If your book title grabs a potential buyer, the next place he or she will likely look is the book description. If written effectively, this short blurb, on the back cover or inside flap of printed books, can be an effective sales tool.
About the book description
- The description is an ad, not a summary—Your book description should be designed and written to make people want to read your book. Think of it as the trailer for a movie. How do you do that? By sharing evocative tidbits—a mystery that your book will solve (e.g., Who killed Harry?); by stating an issue or problem that your book deals with (e.g., How to lose 5 pounds in 10 days!). The key is to trigger potential buyer’s or reader’s interest enough so that they have to buy your book to find out more.
- The first line—As in any written work, the first line of your description needs to grab a potential reader. Put something in that sentence or question or bullet that compels the person to read the rest of the description. Maybe use a type-font or color that grabs the eye.
- What’s in it for them?—Your description should make potential readers want to read the whole book. It should hit them on some personal level (e.g., intrigue, new information). It should trigger some intellectual or emotional desire to find out more. Will they enjoy or get something for having spent lots of hours reading your book? How will they benefit? You’re selling results here.
- Sell the steak, not just the sizzle—Your description needs to contain some compelling key words or trigger words that will draw people into the full content. For fiction, maybe provide a plot leader. For non-fiction, perhaps you could provide a few key elements of the process you’re going to take the reader through. Bullets can sometimes be used to emphasize key points. In any case, don’t give it all away. Your description should compel a potential reader to get your book to find out all the answers.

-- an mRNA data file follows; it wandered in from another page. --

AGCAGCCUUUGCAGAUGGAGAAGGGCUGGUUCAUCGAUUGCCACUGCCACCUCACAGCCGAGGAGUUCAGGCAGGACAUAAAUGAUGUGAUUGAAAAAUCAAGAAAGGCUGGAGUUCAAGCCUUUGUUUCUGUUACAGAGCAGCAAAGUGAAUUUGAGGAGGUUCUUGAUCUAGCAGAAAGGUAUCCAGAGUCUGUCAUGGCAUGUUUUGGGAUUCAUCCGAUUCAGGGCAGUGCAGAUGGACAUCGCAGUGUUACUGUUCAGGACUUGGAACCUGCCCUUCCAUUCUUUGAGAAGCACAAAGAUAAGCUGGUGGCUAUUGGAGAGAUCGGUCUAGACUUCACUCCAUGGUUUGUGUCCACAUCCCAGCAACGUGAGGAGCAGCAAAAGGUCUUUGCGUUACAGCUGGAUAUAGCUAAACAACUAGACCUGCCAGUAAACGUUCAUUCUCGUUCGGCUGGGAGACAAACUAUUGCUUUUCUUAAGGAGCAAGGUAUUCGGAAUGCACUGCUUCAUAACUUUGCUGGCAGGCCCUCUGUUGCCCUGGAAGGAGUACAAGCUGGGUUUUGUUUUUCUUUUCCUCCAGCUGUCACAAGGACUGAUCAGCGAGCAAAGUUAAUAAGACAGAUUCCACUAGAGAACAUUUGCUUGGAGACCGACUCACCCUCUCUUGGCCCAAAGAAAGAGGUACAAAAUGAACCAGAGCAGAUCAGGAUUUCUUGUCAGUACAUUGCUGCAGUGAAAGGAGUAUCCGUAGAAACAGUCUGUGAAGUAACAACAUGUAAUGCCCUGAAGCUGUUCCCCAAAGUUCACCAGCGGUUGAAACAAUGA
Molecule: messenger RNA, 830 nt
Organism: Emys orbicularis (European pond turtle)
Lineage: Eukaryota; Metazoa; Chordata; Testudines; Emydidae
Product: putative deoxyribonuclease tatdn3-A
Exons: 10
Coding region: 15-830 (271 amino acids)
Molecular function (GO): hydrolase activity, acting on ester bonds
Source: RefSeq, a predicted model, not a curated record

- References—If you’ve written other books, it can be helpful to state that in the description. Likewise, if you have a reference from some famous or authoritative source that can help sell your book, put that in, too.
How to write an effective book description
- Word count—Your description should contain 1-3 short paragraphs for a total of about 150-250 words.
- Keep it simple—Use short, clear sentences. This is not a book summary or an essay. Grab potential readers, don’t lose them in a lot of words.
- Don’t write as the author—Write your description in a third-person objective voice, perhaps as the publisher. This is how an “outsider” would describe your book.
The book description is an important element in selling your work. And it’s often true that authors are too close to their work, and too emotionally involved, to effectively write their own book description. If that’s your case, you might ask a someone else to write it—a relative, a friend, or a colleague. It may be even more effective to ask a professional in the writing or book community to write it.
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